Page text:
“The one unique thing about this is every time a car and a pedestrian try to occupy the same space, the pedestrian loses every time,” Didone said. “It’s the largest winning streak that’s ever occurred. As such, every one of those crashes is potentially life-threatening so every one of those crashes has to be addressed.
The Action Committee for Transit, which issued the recommendations to the county, on Thursday complimented Didone’s and police for their work. But the group claimed the Department of Transportation was still behind when it comes to engineering safe roads and intersections for pedestrians around schools.
“Traffic engineers need remedial education even more than schoolchildren,” ACT President Tina Slater said in the release. ”In our county, speed limits are too high, lanes are too wide, crosswalks aren’t marked, and unsafe turns are allowed. Cars should move no faster than 20 mph in school zones.”
Besides lowering speed limits in school zones, ACT is asking the county to consider leading pedestrian intervals at intersections — which would give pedestrians an exclusive window to cross in all directions — and more “No Turn on Red” signs.
Didone said the county is adequately dealing with the situation with a combination of engineering, education and enforcement.
“We are fortunate in Montgomery County, our Department of Transportation is on top of this,” Didone said. “Whenever we go into a problem area, we always start with looking to see those engineering changes — signs, signals, markings, changing the design of the roadway to enhance pedestrian safety.”
Watkins, who oversees the school system’s bus network, reminded drivers to stop when school buses are flashing lights and have stop sign extensions out.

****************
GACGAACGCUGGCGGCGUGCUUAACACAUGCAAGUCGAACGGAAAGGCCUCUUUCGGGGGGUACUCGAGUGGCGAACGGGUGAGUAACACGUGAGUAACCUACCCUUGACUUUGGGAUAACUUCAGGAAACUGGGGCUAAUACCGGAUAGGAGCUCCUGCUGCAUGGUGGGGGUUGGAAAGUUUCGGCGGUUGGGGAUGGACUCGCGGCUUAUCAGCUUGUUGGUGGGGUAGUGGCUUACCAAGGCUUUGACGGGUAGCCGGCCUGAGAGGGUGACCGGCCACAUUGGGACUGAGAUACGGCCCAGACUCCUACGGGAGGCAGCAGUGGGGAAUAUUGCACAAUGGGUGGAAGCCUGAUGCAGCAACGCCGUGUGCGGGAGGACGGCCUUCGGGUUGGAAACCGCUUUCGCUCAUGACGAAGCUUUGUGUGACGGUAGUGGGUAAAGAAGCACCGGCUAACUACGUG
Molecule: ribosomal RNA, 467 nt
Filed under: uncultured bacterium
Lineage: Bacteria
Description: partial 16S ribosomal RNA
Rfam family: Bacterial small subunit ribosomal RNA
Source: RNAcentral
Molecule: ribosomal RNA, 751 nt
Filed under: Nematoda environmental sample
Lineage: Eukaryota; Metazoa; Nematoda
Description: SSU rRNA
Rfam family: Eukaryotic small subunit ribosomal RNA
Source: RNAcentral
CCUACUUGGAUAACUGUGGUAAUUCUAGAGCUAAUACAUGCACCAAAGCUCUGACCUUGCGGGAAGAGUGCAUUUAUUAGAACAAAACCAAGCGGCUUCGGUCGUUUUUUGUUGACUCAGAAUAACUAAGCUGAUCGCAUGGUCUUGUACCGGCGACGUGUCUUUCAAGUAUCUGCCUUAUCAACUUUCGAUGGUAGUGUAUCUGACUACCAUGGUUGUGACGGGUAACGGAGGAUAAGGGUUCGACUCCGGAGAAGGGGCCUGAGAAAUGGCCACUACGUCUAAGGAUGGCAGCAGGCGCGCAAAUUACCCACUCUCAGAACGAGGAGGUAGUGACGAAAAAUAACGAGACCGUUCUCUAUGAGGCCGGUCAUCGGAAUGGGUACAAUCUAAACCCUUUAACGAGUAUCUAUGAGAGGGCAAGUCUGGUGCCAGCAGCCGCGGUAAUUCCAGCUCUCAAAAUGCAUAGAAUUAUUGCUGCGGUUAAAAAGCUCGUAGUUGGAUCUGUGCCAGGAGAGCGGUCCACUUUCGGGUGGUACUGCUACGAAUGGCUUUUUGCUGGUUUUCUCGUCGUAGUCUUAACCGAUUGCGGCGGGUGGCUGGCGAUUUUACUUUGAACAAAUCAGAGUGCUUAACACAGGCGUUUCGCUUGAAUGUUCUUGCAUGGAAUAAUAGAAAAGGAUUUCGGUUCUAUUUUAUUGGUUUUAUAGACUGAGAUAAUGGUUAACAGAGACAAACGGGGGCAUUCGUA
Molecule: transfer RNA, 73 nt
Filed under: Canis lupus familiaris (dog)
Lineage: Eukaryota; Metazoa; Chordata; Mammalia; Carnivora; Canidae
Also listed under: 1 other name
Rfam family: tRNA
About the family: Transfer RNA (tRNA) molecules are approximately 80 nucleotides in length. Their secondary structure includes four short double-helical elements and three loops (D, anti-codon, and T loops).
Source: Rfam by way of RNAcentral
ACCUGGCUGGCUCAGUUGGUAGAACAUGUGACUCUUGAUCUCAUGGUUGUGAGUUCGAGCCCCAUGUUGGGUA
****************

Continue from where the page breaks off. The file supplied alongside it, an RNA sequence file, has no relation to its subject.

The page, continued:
The county recently installed cameras on some buses to catch drivers who maneuver around the buses stopped at bus stops.
“When you see a stopped school bus on the road, no matter how late you are, no matter how much of a hurry you’re in, stop,” Watkins said. “Because every time somebody makes a decision to pass a stopped school bus, it’s a potentially life-changing tragedy for some student and their family.”

Monday, August 12, 2013

Officials and Community Celebrate Completion of Shady Grove Access Bike Path

County Executive Leggett, left, poses with members of the community and Bruce Johnston, right, MCDOT division chief
County Executive Leggett, left, with members of the community and Bruce Johnston, right, MCDOT division chief at new bikeway
Coming BikeSharing program also noted

County Executive Leggett recently celebrated the completion of the 10-foot wide Shady Grove Metro Access Bike Path. It improves bike access to the Metro Station and facilitates combining bicycle trips with buses, Metro, and walking. The bike path also connects to other area sidewalks and bikeways, including along Crabbs Branch Way. MCDOT is planning to add a bikeway along Needwood Road, connecting to the Rock Creek and ICC trails.

The $2.7 million project was constructed by DOT’s Division of Transportation Engineering, and runs from Shady Grove Road to Redland Road. A pedestrian-activated traffic signal was installed where the bikeway crosses the Metro access road.

To further enhance biking, the County will soon be installing a bike share station at the Metro --part of a network of over 50 stations in Shady Grove, Rockville, Bethesda, downtown Silver Spring and Takoma Park.
For more information on bicycle projects and bike sharing, visit our MCDOT's website or call for projects,240.777.7244, and for bike sharing, 240.777.7170

Friday, August 9, 2013

SHA Completes Resurfacing on MD 355 in Bethesda beginning this Sunday Night

Motorists Should Expect Traffic Impacts on Wisconsin Avenue Through Late Fall